“Ya, ya ya, give me oom-pa-pah
When I want a melody
Lilting through the house
Then I want a melody
It laughs, it sings, the world is in rhyme
Swinging to three-quarter time”
—by Strauss, George and Ira Gershwin
That said, there ain’t much there here.
Like the George Gruntz Concert Jazz Band, the Vienna Art Orchestra seeks to follow the likes of Benny Goodman as a team of individually gifted musicians held together by a strong leader who allows them room to step out, but keeps the reins tightly in his hand. Here, the leader/arranger/conductor is one Matthias Ruegg.
This is a collection of Strauss pieces re-conceived as jazz numbers, recorded live in Vienna on New Year’s Day, 2000. Unfortunately, where the Gruntz band is pulled up enough by the quality of it’s soloists to make up for a certain lack of coherence as a group, the members of the VAO rarely stand out as well as one would like. And when they do, it’s not always to their advantage.
Before I get into specific cuts, here is a “let the buyer beware.” All of the track titles and most of the liner notes are in German. There is a translation of a short biography of Strauss, but it (the translation) has clearly been made by someone whose first language is not English.
Probably the most successful single cut on the album is “Marienklange Walzer,” which starts with a tick-tock rhythm and soon adds a very musical tenor solo by Andy Scherrer, who is joined by Bertl Mayer on harmonica. On “Mit Extrapost,” Heinrich Von Kalnein reminds us that since Mel Torme died, you can count on your fingers and toes the number of people who should try scat singing, while guitarist Algre Correa noodles in the background. Listening to Michel Portal’s clarinet solo on “Persischer Marsch,” you can’t help but note how much it is in the style of great players like Artie Shaw and especially Goodman, without being nearly as impressive. A bass solo is something that should be used sparingly, and devoting almost five minutes to one, even as well-played as by Georg Breinschmid here, on “Hellenen Polka,” is just asking for trouble. At the very least, it’s inviting your audiences mind to wander. The set winds up with a bloated version of “Donawalzer,” better known to us English-speaking types as “The Blue Danube,” made famous by Kubrick’s use of it in 2001.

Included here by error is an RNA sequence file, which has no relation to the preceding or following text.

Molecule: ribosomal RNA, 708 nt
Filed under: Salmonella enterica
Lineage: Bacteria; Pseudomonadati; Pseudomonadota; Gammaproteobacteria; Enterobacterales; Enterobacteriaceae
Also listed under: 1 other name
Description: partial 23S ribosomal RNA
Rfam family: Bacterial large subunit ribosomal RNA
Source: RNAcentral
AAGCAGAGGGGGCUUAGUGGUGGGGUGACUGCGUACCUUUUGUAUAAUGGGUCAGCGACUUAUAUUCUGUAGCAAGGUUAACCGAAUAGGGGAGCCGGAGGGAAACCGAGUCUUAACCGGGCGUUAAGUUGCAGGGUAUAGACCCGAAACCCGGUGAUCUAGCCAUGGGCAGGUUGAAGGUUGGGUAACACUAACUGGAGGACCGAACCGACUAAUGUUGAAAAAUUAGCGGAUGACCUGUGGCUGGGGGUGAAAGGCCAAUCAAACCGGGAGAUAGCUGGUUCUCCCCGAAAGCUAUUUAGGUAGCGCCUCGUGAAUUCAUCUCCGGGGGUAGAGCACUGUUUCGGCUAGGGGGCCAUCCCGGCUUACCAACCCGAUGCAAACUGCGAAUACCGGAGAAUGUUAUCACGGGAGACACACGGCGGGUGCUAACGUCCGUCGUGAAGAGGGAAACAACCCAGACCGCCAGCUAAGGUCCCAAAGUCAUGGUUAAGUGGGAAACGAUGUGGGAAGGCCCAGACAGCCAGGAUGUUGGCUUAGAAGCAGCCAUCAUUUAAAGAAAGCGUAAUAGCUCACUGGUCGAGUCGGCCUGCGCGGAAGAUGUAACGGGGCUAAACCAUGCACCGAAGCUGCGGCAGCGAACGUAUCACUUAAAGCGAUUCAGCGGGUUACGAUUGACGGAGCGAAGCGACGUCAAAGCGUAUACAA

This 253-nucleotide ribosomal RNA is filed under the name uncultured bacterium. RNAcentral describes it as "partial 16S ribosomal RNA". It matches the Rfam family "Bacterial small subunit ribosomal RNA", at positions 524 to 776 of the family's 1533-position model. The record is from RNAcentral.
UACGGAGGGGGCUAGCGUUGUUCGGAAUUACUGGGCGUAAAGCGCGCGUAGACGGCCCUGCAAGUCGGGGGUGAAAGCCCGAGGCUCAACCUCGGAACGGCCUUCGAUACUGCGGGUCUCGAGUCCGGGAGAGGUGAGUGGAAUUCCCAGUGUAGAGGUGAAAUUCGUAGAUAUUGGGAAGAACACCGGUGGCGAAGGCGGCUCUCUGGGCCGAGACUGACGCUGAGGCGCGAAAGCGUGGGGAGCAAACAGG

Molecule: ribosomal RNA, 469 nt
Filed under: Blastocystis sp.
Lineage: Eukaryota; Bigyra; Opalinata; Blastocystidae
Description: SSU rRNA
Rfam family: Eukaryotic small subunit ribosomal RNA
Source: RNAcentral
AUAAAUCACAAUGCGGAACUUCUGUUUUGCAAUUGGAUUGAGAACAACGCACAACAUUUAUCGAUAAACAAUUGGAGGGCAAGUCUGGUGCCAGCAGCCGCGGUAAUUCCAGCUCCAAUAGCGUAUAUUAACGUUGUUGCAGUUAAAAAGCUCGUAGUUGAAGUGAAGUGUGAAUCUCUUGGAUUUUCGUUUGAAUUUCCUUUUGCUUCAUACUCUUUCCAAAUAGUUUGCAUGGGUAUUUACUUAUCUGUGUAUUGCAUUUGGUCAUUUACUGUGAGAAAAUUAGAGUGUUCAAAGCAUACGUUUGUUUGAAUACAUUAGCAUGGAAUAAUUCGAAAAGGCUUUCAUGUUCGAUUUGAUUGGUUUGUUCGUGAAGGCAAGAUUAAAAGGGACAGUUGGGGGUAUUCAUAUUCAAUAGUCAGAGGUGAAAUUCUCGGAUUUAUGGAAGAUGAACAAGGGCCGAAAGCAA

This is not an album that anyone particularly needs to hear.
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